Silver Plume, Colorado
|Town of Silver Plume, Colorado|
|Clear Creek County and the State of Colorado|
|State||State of Colorado|
|County||Clear Creek County|
|Incorporated||September 24, 1880|
|• Type||Statutory Town|
|• Total||0.2 sq mi (0.6 km2)|
|• Land||0.2 sq mi (0.6 km2)|
|• Water||0 sq mi (0 km2)|
|Elevation||9,101 ft (2,774 m)|
|• Density||1,015/sq mi (338.3/km2)|
|Time zone||MST (UTC-7)|
|• Summer (DST)||MDT (UTC-6)|
|Area code(s)||Both 303 and 720|
|GNIS feature ID||0181905|
Silver Plume is a Statutory Town located in Clear Creek County, Colorado, United States. Silver Plume is a former silver mining camp along Clear Creek in the Front Range of the Rocky Mountains. The federally designated Georgetown-Silver Plume National Historic District comprises Silver Plume, the neighboring Town of Georgetown, and the Georgetown Loop Historic Mining & Railroad Park between the two towns.
Silver Plume is located at .(39.695919, -105.726066)
According to the United States Census Bureau, the town has a total area of 0.2 square miles (0.6 km²), all of it land.
As of the census of 2000, there were 203 people, 93 households, and 47 families residing in the town. The population density was 820.2 people per square mile (313.5/km²). There were 134 housing units at an average density of 541.4 per square mile (207.0/km²). The racial makeup of the town was 94.09% White, 3.45% from other races, and 2.46% from two or more races. Hispanic or Latino of any race were 9.36% of the population.
There were 93 households out of which 24.7% had children under the age of 18 living with them, 47.3% were married couples living together, 2.2% had a female householder with no husband present, and 48.4% were non-families. 39.8% of all households were made up of individuals and 4.3% had someone living alone who was 65 years of age or older. The average household size was 2.18 and the average family size was 3.02.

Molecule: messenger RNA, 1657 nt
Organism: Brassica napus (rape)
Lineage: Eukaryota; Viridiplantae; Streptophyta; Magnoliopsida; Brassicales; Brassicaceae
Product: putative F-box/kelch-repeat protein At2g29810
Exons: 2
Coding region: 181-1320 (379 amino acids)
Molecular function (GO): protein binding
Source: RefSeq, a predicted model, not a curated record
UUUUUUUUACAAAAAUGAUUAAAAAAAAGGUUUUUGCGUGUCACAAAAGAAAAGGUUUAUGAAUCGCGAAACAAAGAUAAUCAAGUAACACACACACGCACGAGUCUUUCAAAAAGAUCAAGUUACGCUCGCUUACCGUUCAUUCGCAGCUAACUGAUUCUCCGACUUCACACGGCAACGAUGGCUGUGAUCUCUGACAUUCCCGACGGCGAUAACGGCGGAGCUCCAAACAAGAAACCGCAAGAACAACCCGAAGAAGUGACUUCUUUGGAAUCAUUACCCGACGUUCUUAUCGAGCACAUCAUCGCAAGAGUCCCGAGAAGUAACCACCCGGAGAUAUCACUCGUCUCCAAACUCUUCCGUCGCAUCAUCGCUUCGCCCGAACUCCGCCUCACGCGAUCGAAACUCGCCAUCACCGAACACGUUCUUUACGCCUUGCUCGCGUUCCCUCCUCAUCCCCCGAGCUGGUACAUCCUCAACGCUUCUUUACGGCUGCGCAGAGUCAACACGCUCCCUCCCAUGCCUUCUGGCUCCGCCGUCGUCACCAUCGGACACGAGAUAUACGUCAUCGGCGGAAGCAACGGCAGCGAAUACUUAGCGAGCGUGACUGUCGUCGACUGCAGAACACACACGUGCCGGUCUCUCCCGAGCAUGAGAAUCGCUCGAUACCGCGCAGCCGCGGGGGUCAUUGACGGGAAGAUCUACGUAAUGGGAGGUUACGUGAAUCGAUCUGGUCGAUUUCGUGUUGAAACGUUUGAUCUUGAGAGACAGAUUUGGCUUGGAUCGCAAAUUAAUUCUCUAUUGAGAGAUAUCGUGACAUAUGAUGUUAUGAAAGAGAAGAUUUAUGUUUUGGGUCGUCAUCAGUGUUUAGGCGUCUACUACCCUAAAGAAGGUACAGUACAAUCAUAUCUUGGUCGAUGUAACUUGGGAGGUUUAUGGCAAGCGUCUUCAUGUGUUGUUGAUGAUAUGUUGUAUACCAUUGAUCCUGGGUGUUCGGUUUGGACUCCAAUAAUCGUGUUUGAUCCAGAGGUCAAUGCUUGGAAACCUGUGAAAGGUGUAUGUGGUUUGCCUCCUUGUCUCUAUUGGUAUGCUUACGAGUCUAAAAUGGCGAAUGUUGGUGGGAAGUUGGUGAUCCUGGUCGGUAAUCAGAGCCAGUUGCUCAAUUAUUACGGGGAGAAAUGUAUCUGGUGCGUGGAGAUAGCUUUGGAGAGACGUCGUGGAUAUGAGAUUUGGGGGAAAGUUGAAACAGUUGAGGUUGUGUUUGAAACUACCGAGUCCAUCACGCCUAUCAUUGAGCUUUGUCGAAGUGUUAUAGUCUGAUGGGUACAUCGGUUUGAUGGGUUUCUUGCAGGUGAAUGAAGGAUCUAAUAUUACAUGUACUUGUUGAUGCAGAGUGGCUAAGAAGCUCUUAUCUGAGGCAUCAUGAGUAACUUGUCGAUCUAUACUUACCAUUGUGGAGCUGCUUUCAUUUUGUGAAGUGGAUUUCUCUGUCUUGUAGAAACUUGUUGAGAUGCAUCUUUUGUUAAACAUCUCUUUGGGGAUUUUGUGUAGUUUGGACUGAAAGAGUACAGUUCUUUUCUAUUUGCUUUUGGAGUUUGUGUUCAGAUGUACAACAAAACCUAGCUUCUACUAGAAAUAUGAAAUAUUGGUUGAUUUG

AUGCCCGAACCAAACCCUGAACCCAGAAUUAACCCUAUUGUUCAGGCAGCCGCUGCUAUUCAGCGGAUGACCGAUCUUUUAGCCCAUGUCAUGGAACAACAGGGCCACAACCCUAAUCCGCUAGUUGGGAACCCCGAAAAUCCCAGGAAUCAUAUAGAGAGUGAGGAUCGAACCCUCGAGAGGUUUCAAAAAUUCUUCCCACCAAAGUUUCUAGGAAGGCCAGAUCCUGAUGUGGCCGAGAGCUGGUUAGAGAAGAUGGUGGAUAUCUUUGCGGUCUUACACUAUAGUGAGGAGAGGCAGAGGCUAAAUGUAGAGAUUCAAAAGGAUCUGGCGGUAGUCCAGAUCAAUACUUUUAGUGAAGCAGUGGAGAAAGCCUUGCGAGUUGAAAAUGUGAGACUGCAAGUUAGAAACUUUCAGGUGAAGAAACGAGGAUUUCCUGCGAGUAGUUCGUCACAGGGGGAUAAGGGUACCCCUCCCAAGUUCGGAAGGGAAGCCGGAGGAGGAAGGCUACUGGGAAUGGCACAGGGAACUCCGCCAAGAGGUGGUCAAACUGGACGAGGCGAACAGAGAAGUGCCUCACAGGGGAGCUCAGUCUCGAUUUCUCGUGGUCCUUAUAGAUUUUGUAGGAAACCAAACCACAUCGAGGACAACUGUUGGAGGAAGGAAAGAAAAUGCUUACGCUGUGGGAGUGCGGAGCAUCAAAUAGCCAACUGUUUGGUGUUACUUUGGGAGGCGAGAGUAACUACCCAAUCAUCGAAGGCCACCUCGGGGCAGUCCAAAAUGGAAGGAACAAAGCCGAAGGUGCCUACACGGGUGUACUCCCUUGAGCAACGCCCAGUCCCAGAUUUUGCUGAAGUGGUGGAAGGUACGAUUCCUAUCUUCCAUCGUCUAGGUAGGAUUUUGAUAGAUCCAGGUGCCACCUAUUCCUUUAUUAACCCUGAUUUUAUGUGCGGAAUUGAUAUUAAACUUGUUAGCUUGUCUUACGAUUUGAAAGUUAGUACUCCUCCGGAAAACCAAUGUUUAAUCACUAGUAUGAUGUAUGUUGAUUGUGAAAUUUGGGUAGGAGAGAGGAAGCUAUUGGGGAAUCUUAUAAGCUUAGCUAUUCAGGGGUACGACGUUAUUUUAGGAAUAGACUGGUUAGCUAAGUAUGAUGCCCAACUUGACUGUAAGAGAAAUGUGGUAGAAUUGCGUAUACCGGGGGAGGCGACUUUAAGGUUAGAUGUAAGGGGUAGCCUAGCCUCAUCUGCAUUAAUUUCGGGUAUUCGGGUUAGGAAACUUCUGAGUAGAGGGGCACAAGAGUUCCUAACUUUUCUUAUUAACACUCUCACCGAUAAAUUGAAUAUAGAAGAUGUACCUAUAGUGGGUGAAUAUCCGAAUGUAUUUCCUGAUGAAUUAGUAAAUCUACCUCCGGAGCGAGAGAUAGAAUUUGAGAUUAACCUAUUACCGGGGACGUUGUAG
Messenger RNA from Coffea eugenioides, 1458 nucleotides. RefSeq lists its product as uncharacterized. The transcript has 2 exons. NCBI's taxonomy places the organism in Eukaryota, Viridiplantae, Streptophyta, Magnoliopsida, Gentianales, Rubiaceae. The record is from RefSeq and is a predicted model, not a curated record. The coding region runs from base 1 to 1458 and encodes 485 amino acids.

In the town the population was spread out with 22.2% under the age of 18, 11.8% from 18 to 24, 33.5% from 25 to 44, 30.0% from 45 to 64, and 2.5% who were 65 years of age or older. The median age was 38 years. For every 100 females there were 128.1 males. For every 100 females age 18 and over, there were 129.0 males.
The median income for a household in the town was $35,208, and the median income for a family was $41,667. Males had a median income of $33,750 versus $23,438 for females. The per capita income for the town was $18,880. About 18.3% of families and 25.3% of the population were below the poverty line, including 50.0% of those under the age of eighteen and none of those sixty five or over.
- Outline of Colorado
- State of Colorado
- Arapaho National Forest
- Colorado Silver Boom
- "Active Colorado Municipalities". State of Colorado, Department of Local Affairs. Retrieved 2007-09-01.
- "Colorado Municipal Incorporations". State of Colorado, Department of Personnel & Administration, Colorado State Archives. 2004-12-01. Retrieved 2007-09-02.
- "US Board on Geographic Names". United States Geological Survey. 2007-10-25. Retrieved 2008-01-31.
- "US Gazetteer files: 2010, 2000, and 1990". United States Census Bureau. 2011-02-12. Retrieved 2011-04-23.